Thursday, June 24, 2010

Touchdown Thursday: Brother Trouble? Finding Ancestors on Land Ownership Maps

Today's Touchdown Thursday post is about two touchdowns I made this week using one of the latest and greatest indexes available through Ancestry, the "U.S., Indexed County Land Ownership Maps, 1860-1918".

Using Ancestry's searchable index, I was able to locate where some of my ancestors owned land in Illinois.

Chemung Township, McHenry, Illinois in 1872

Highlighted orange in the map above is the land owned by M. Kizer (aka Morris Kizer). Morris Kizer is my fourth great grandfather on my paternal side. He was born about 1811 in New Jersey and migrated to Illinois with his brothers, Warren, Jacob, and Morgan. Jacob's land is depicted in green, and Warren's land is depicted in blue.
Morris and his wife, Maria, were the parents of my third great grandma, Frances Kizer, who married Richard George Brown. There are many Brown's that owned land in Chemung Township. Richard and his father, Joseph Brown, owned land in Chemung, although I have not determined if any of the Browns on this map are my Browns.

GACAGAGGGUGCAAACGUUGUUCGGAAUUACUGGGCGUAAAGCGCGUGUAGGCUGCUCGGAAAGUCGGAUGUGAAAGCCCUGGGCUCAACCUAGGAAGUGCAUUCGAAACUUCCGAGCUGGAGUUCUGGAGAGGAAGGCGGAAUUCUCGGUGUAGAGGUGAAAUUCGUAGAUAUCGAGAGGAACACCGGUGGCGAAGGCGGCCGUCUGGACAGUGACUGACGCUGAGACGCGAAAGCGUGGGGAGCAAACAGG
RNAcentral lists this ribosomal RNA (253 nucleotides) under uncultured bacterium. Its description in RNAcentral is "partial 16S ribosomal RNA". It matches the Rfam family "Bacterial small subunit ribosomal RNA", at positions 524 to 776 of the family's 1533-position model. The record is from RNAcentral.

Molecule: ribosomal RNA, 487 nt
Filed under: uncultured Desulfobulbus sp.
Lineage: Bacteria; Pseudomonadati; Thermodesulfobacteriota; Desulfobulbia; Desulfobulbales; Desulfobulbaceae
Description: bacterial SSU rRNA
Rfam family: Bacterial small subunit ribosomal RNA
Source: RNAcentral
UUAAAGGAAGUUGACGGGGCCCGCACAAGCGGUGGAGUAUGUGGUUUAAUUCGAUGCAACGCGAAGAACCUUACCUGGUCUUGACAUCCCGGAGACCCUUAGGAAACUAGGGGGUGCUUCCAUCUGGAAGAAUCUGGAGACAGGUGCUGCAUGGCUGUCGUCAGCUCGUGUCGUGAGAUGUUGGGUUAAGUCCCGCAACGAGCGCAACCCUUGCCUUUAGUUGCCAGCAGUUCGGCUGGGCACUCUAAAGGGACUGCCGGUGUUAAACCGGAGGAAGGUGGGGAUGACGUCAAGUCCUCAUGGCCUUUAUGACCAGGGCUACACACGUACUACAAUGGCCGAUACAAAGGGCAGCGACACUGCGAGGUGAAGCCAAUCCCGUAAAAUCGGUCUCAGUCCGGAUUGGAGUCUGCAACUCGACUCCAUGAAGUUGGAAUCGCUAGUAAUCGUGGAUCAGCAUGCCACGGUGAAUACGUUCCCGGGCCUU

I wonder why Morris Kizer's land is so much further away from his two brothers?

Papineau, Iroquois County, Illinois in 1904

Pictured above (in orange) is the land of G. Rubensam (aka Gottfried Rubensam or Ruebensam). Gottfried is the brother of my third great grandfather, August Ruebensam (aka Ruebenson). Gottfried and August immigrated to the U.S. from Germany on the same ship in 1873. Gottfried migrated to Iroquois County, while his brother, August, migrated to Cook County.

I wonder why August and Gottfried went their separate ways?

Looks like there could be some brother trouble in my past. Guess I should be glad I have two sisters, instead of

Source of maps: U.S., Indexed County Land Ownership Maps, 1860-1918 [database on-line]. Provo, UT, USA: Operations, Inc., 2010.
Original data: Various publishers of County Land Ownership Atlases. Microfilmed by the Library of Congress, Washington, D.C.

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